INTERPOL launches new unit to assist member countries combat chemical and explosives terrorism

18 September 2012

TALLINN, Estonia – Criminal investigators, bomb technicians, forensic scientists and other specialists from around the world are gathering at the INTERPOL Chemical and Explosives Terrorism Prevention Global Conference in Tallinn, Estonia.


The two-day conference (18 and 19 September), organized by INTERPOL’s newly created Chemical and Explosives Terrorism Prevention (ChemEx) unit with the Estonian Ministry of Interior and Police and Border Control Board, brings together more than 140 participants from 50 countries, to study past incidents, discuss current prevention programmes and share expertise to help prevent future attacks.

Opening the conference, Estonia’s Minister of the Interior Ken-Marti Vaher, emphasised that no single country can cope with the threat of terrorism on its own.

“Terrorism knows no state borders and the only thing to give us a sense of security and adequate preparation for actual threat situations is international cooperation. The extensive and serious consequences of terrorism have unfortunately clearly demonstrated the critical importance of joint preventative activities and exchange of information,” said Minister Vaher pointing to Estonia’s strong partnership with INTERPOL since becoming a member 20 years ago.

Addressing the participants, Jeffrey S. Muller, Assistant Section Chief from the Federal Bureau of Investigation’s (FBI) Weapons of Mass Destruction Directorate said that the key in addressing the challenge of terrorism is coordination.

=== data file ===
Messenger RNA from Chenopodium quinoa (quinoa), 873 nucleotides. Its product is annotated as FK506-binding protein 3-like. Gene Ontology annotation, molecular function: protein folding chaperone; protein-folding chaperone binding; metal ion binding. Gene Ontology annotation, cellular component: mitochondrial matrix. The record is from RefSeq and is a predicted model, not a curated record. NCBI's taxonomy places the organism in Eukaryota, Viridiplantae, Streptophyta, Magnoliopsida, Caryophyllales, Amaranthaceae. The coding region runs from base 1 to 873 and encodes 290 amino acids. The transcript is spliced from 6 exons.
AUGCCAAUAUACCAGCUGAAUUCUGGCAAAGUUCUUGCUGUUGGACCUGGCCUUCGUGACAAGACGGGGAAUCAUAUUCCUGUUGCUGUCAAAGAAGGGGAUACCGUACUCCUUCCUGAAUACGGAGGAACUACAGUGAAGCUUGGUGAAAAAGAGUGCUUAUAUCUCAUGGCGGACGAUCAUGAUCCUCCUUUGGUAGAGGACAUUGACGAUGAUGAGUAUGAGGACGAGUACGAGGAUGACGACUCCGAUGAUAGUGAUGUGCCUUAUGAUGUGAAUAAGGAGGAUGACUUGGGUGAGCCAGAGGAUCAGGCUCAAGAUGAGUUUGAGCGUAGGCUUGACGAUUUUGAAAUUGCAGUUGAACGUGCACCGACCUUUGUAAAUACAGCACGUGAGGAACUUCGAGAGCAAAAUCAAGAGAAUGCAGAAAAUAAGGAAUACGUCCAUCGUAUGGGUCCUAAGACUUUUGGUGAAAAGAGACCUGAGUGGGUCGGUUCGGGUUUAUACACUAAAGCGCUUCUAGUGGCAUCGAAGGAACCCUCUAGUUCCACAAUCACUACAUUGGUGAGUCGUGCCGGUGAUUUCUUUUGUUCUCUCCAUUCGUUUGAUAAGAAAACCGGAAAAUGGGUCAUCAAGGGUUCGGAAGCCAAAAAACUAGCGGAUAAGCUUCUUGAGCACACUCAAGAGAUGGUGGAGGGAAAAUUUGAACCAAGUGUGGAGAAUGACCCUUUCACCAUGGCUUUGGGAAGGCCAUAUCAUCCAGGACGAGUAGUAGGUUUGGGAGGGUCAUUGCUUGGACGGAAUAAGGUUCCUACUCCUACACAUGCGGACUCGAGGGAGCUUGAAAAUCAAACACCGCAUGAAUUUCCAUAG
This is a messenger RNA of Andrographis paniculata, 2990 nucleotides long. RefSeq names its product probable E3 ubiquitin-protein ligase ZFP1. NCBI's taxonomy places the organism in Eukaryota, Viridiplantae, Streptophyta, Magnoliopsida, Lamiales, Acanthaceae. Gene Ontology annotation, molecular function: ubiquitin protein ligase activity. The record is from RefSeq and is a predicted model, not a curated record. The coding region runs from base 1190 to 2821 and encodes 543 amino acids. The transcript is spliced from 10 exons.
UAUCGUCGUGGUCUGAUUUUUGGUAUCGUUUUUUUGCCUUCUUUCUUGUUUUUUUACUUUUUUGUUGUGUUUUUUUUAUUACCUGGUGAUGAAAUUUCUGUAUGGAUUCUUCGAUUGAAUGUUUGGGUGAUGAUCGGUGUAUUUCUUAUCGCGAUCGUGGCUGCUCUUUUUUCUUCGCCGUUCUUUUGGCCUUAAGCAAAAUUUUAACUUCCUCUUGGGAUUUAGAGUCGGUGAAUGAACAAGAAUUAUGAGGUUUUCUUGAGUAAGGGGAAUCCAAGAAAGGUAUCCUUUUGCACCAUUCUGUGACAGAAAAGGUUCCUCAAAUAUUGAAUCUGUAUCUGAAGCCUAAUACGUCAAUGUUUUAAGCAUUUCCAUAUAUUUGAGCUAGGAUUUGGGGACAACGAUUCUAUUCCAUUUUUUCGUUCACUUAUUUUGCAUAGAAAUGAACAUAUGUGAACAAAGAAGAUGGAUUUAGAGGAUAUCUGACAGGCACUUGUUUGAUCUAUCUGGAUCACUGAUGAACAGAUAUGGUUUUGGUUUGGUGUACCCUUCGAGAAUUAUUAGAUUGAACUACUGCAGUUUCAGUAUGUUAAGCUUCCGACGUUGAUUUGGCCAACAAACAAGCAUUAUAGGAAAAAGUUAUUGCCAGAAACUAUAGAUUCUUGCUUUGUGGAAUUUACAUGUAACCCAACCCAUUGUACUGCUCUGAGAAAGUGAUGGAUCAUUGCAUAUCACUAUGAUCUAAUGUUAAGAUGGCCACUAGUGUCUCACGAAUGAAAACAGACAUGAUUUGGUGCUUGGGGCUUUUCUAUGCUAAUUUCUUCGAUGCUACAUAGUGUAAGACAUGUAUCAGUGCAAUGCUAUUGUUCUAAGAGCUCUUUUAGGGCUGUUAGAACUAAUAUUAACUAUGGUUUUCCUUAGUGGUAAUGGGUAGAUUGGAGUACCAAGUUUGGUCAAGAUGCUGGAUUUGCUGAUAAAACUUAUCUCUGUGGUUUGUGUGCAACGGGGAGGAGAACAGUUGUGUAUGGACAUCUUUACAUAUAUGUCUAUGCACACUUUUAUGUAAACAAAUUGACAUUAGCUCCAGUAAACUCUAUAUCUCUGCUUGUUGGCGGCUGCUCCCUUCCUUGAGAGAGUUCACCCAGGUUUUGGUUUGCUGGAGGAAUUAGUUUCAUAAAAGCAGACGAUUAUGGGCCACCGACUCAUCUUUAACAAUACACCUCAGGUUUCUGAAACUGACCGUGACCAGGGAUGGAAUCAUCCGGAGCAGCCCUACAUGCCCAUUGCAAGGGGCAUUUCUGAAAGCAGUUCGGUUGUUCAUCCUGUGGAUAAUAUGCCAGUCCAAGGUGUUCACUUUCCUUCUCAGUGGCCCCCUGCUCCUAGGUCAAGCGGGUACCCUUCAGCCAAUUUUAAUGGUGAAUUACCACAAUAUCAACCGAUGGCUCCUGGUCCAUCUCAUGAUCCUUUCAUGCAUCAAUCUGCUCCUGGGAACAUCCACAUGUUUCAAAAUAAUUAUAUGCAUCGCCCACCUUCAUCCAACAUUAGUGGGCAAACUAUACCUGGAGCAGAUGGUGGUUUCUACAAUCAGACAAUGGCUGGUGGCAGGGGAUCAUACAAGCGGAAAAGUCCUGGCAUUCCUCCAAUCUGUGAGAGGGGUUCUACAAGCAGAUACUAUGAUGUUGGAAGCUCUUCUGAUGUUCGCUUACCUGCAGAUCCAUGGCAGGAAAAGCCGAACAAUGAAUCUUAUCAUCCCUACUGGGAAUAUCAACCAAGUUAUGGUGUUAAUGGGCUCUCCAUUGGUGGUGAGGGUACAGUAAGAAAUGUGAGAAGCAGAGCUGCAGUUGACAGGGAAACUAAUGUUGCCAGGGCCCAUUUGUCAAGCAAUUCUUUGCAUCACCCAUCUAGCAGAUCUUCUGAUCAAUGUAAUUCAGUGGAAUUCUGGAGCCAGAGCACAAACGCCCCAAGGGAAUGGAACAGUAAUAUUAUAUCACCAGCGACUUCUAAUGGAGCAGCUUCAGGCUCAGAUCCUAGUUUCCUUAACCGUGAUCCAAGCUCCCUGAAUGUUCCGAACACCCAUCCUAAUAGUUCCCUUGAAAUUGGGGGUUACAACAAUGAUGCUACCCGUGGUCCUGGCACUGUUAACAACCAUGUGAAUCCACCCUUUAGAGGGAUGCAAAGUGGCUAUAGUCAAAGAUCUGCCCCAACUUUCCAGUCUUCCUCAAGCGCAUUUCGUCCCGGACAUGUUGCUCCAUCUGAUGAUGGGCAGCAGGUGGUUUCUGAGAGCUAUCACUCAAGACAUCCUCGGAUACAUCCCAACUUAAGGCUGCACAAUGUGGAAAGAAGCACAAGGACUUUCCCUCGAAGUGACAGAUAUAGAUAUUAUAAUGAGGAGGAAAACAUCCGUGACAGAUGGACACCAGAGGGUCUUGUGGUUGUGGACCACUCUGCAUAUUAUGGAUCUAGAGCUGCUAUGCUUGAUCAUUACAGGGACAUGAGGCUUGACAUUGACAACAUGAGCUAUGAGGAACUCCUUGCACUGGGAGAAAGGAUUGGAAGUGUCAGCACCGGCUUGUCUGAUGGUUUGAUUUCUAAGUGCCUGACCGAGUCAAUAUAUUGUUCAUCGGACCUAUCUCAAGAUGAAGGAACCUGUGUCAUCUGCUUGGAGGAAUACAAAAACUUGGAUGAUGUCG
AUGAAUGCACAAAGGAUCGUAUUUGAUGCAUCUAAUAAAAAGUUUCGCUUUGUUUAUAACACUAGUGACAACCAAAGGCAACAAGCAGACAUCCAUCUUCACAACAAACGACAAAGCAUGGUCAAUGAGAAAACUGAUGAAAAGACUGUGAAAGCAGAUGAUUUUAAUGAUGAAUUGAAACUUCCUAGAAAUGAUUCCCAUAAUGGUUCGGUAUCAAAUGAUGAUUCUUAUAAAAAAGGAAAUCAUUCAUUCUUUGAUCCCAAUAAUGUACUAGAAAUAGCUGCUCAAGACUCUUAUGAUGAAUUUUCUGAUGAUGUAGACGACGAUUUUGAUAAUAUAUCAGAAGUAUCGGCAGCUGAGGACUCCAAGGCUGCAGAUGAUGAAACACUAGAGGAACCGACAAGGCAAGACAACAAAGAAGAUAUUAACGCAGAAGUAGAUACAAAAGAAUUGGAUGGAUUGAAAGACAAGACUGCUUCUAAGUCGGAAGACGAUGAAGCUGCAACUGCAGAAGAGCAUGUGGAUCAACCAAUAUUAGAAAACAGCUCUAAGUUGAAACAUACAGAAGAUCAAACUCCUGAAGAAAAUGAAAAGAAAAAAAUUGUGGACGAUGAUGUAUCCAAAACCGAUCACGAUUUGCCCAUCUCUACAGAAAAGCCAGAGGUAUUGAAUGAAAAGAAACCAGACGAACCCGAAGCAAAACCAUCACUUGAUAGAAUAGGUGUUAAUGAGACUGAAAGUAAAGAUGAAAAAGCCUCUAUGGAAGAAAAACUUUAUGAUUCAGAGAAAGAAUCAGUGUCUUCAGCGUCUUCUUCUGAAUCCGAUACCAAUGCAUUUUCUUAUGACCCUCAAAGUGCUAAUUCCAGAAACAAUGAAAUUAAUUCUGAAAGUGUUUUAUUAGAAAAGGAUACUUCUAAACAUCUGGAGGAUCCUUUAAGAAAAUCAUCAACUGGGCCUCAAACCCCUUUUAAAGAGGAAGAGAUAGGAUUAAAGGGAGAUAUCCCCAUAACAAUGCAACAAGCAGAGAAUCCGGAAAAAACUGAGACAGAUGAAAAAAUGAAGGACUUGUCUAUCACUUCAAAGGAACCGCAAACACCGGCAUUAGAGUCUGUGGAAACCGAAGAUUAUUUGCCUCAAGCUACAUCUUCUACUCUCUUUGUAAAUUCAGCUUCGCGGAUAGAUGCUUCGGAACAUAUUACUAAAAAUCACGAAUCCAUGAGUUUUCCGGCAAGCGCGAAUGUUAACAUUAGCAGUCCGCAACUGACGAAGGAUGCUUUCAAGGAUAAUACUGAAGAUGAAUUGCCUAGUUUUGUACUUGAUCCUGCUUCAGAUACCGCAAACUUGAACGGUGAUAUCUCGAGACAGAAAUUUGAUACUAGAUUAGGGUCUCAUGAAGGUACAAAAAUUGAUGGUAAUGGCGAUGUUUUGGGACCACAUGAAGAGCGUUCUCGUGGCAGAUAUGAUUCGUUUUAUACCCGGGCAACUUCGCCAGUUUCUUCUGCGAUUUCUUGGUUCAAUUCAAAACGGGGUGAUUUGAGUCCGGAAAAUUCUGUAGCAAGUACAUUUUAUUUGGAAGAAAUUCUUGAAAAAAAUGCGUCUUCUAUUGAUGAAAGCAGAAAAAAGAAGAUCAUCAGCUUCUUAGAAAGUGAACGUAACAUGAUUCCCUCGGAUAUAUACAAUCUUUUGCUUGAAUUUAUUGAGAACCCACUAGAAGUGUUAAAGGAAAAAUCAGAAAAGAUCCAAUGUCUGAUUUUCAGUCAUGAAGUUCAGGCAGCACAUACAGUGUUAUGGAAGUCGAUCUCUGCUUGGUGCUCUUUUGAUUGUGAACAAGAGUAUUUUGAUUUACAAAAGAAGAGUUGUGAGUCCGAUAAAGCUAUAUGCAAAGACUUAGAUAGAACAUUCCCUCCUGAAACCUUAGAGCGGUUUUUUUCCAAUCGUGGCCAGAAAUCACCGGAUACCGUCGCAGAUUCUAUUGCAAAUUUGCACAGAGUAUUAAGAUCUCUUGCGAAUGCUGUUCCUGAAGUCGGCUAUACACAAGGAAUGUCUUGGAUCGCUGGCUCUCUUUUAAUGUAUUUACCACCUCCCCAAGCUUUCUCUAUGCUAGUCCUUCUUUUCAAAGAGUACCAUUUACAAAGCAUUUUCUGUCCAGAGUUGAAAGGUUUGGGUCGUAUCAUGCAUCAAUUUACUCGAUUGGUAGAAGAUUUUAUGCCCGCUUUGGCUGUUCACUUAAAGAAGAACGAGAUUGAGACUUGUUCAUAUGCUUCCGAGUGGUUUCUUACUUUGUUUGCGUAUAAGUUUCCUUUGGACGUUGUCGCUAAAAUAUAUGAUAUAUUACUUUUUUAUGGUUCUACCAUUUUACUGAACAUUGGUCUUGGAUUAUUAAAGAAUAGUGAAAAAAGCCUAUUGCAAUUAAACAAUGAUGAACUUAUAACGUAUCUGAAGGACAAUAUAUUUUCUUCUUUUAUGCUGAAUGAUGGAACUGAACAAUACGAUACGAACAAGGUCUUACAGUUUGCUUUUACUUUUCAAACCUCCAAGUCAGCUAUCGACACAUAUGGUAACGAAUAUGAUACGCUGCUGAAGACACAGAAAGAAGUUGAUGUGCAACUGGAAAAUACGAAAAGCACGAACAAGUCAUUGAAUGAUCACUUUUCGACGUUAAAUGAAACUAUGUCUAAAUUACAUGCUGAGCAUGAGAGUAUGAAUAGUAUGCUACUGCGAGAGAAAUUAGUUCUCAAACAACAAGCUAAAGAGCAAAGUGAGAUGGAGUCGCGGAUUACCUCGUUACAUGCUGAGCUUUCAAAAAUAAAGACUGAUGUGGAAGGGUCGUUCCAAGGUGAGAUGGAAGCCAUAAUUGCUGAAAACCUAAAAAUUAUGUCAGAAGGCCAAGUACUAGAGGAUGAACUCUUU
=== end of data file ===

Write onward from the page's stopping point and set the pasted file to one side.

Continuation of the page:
“The next terrorist attack in one of our countries could utilize a weapon of mass destruction, including a chemical agent, to cause panic, injury and even death. It is imperative that we are doing all that we can to address this chemical threat,” said Mr Muller.

“The goal is prevention, and ChemEx, by its design aims to assist the establishment and enhancement of global countermeasures with the goals of assisting police services worldwide in the prevention of the malicious use of chemicals and explosive materials, addressing such use should it occur and bringing perpetrators to justice,” concluded Mr Muller.

The new ChemEx Unit is part of the INTERPOL Chemical, Biological, Radiological, Nuclear and Explosives (CBRNE) Terrorism Prevention Programme, complementing the existing Bioterrorism Prevention Unit and the Radiological and Nuclear Terrorism Prevention Unit and will provide support to all 190 INTERPOL member countries in three main areas: criminal intelligence analysis; capacity building programmes, such as training courses for law enforcement officers; and operational support.

“By sharing information and working together, we can support the international law enforcement community in engaging the threat posed by chemical and explosives terrorism, which continue to claim lives every day across the world,” said Anthony J. Thomas, INTERPOL’s CBRNE Programme Manager

“INTERPOL created the Chemical and Explosives Terrorism Prevention Unit in order to help all member countries comprehensively address this threat, and in doing so, INTERPOL has built the last pillar in its CBRNE structure, thereby making the programme complete and fully operational to address all aspects of the CBRNE threat spectrum.”

Among the organizations taking part to provide specialist input are the FBI, the Australian Federal Police, Europol, the World Customs Organisation, the European Union, the Organisation for the Prohibition of Chemical Weapons and the United Nations.